The Reformation Means Resurrection

By Evan Knies

On the morning of October 31st 2016, my cousin’s body was laid in the grave. It has been a tough year since his passing. He was like my older brother and he impacted those he came in contact with. My cousin had his own struggles and faults, but he had his hope rested in the gospel! The temptations he faced were great, but Christ died for his past, present, and future sins. As our family has grieved losing him in this life, we have often been reminded of the hope the gospel offers. Those who repent, turning from their sin, and trusting in Christ by faith alone will be saved. Since Christ was raised from the grave, He will raise His people from the grave!

2 Corinthians 4:14 – For we know that the one who raised the Lord Jesus will also raise us with Jesus and present us with you. 
Continue reading “The Reformation Means Resurrection”

Israel of God

By Evan Knies

In Galatians 6:16, Paul uses the phrase “Israel of God”. He calls the Galatians the “Israel of God” to show that there is one People united in the Son. The Israel of God is the blood bought, elect, bride of Christ. In Him and because of Him, “Israel” receives her promises. In Him, the True Israel receives the blessings and promises bestowed on them because of the work of the Son. Continue reading “Israel of God”

Book Briefs: Practical Religion By JC Ryle

JC Ryle was born in 1816. He was ordained in the Church of England in 1841. He became the rector of St. Thomas’s, Winchester in 1843, then to Helmingham, Suffolk the following year. From 1843 to 1879, he wrote various works and gospel tracts. In 1880, Ryle became the bishop of Liverpool and retired in 1900 at age 83. He died later that year.fullsizeoutput_5b9

I have benefited from the writings of Bunyan, Calvin, Luther, etc. But none have been more beneficial than JC Ryle. In his work Practical Religion, Ryle cuts to the heart of the Christian life. He saw problems in his day and addressed those. But those same problems are present today.

Practical Religion is divided into 21 Chapters: Self-Inquiry, Self-Exertion, Reality, Prayer, Bible Reading, Going to the Table, Charity, Zeal, Freedom, Happiness, Formality, The World, Riches and Poverty, The Best Friend, Sickness, The Family of God, Our Home, Heirs of God, The Great Gathering, The Great Separation, and Eternity.fullsizeoutput_5b8

Ryle addressed the skewed views of the gospel of grace such as “nominal Christianity”. Ryle calls it “churchianity”. But it is the same problem that still exists in many of our Churches today. Some claim Christ when it benefits them, but when life is tough, those  “nominal” believers are found not to be true. In reading Practical Religionthe Christian will be encouraged in Praying and Reading their Bible. But they will also feel conviction on living this life for eternity, not for the “here and now”.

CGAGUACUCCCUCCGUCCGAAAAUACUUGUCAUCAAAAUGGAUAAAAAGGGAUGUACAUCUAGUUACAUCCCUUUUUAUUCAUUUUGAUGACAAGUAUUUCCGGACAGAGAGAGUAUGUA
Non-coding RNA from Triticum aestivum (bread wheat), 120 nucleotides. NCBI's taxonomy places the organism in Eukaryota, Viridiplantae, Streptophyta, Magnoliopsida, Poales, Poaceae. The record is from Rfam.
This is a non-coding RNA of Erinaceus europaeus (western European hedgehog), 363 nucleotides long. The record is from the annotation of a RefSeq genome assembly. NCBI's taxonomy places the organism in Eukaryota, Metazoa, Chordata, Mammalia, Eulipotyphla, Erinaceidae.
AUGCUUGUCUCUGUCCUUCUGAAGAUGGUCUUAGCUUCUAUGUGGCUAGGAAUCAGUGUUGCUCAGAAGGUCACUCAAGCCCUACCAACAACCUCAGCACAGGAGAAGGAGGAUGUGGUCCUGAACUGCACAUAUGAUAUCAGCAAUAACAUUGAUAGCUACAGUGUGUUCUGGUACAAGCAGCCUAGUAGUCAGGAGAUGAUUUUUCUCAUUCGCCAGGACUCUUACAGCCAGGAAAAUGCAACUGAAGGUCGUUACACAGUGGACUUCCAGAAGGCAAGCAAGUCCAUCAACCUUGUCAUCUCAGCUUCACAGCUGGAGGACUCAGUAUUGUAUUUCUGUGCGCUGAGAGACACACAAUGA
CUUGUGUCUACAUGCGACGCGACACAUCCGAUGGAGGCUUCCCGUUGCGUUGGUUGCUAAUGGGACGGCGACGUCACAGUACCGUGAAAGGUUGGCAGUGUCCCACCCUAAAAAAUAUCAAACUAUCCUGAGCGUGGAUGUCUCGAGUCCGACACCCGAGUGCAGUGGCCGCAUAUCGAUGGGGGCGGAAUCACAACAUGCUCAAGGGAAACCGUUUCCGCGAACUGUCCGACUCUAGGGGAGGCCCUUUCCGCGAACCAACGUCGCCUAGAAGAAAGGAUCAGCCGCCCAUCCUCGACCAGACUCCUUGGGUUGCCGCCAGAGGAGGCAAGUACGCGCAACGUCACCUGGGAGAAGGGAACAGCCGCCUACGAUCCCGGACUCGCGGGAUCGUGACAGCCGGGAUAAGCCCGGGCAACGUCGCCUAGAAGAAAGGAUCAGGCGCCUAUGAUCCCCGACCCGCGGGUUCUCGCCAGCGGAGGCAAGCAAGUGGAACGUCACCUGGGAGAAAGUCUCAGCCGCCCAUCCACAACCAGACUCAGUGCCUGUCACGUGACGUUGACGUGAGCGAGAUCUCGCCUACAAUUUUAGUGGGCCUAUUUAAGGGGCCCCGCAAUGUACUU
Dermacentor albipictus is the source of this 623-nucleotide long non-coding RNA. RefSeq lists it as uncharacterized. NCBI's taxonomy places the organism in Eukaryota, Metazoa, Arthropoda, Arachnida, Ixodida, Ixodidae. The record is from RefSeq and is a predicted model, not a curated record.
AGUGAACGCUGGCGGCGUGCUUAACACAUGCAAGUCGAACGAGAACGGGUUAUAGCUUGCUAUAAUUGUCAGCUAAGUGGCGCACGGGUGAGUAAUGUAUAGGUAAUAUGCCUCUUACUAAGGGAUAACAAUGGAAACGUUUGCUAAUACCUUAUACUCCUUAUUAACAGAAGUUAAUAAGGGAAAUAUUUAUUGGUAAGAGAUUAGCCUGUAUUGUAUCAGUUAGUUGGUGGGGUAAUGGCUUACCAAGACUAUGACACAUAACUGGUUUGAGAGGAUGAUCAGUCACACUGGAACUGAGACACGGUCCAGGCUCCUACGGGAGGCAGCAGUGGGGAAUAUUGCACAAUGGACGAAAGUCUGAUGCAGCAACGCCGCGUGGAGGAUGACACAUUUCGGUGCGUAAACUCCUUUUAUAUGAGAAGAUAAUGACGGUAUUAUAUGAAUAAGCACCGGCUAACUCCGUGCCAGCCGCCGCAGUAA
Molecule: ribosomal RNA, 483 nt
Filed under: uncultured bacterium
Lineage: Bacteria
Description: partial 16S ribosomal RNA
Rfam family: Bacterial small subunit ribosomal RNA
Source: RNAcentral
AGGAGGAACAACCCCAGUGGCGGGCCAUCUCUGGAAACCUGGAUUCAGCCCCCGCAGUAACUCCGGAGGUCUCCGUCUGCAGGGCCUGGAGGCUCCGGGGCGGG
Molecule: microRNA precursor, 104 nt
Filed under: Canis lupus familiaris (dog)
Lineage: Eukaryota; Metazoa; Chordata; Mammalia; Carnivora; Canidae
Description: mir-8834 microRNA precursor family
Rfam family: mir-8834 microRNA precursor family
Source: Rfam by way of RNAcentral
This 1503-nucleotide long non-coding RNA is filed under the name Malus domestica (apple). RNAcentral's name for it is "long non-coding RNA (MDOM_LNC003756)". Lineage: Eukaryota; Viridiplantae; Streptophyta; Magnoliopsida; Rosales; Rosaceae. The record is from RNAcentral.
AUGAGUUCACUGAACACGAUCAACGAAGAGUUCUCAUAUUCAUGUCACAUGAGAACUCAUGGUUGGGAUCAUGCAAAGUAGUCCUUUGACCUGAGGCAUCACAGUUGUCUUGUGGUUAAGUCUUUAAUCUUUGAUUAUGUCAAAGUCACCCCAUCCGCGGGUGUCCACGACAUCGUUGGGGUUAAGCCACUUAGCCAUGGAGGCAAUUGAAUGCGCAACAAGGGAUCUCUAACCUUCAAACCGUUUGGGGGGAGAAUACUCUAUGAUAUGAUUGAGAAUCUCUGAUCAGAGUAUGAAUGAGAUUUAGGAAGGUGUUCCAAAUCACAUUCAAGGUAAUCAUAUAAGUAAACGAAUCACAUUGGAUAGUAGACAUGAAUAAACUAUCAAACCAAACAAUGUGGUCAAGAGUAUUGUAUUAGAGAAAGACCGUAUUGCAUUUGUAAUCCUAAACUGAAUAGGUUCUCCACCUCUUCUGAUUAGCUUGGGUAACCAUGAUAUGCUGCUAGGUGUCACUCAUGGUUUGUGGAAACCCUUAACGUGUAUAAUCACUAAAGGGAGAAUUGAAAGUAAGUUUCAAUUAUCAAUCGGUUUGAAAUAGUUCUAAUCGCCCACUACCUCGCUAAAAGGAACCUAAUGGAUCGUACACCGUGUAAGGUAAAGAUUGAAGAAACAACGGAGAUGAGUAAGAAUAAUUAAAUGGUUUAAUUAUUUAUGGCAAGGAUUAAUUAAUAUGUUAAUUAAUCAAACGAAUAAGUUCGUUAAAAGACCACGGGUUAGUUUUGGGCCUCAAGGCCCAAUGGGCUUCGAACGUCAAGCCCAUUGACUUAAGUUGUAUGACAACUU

fullsizeoutput_5baI am thankful to God for the life of JC Ryle and his influence in my life. But I am also thankful for Banner of Truth for publishing his works and other various works that are so important for the Christian life.

If you would like to purchase Practical Religion, you may do so here.

Banner has recently released Ryle’s Autobiography, you can purchase it here.


Evan Knies is a student at SBTS, grad of Boyce College, and Minister of Students at Bullitt Lick Baptist Church in Shepherdsville, Kentucky. He is married to Lauren and you can follow him on Twitter at @Evan_Knies.

No Moody Deity: Why the Wrath of God is Unlike the Wrath of Man

By Mathew Gilbert

If you’ve ever seen the movie The Lion King, then you’ll surely remember the scene where Mufasa, king of the lion tribe, gazes out at his entire kingdom with his young son, Simba. Mufasa is trying to help Simba see that one day he will be gone and the kingdom will belong to him. The royal lions are gazing out into their dominion of the African safari, which is marked by a glorious and booming sun shining down. Mufasa’s words are, “Look, Simba. Everything the light touches is our kingdom.” Then, little Simba notices another part of the kingdom that is untouched by the sun. He curiously asks his father, “But what about the shadowy place?” Mufasa responds, “That’s beyond our borders. You must never go there, Simba.”

Romans 1 is much like this scene from The Lion King. The first 17 verses shine with the glorious light of the gospel. However, picking up in verse 18 until the end of the chapter, Paul goes to a very dark place. The first half of Romans 1 is the domain of light we not only want to walk in, but all we want to talk about. The second half of Romans 1 is the domain of darkness we would rather ignore. Indeed, we stay away from this shadowy place in thought and action. But as New Testament scholar Douglas Moo has said, “Only when we have really come to grips with the extent of the human dilemma will we be able to respond as we should to the answer to that dilemma found in the good news about Jesus.”

Romans 1:18-32 really is a shadowy place filled with the wrath of God, the power and curse of sin, idolatry, depravity, and judgment. Paul seems to move from the light of the gospel to the darkness of sin and judgment to answer one question: “Why do we need the gospel, which is the power of God for salvation?”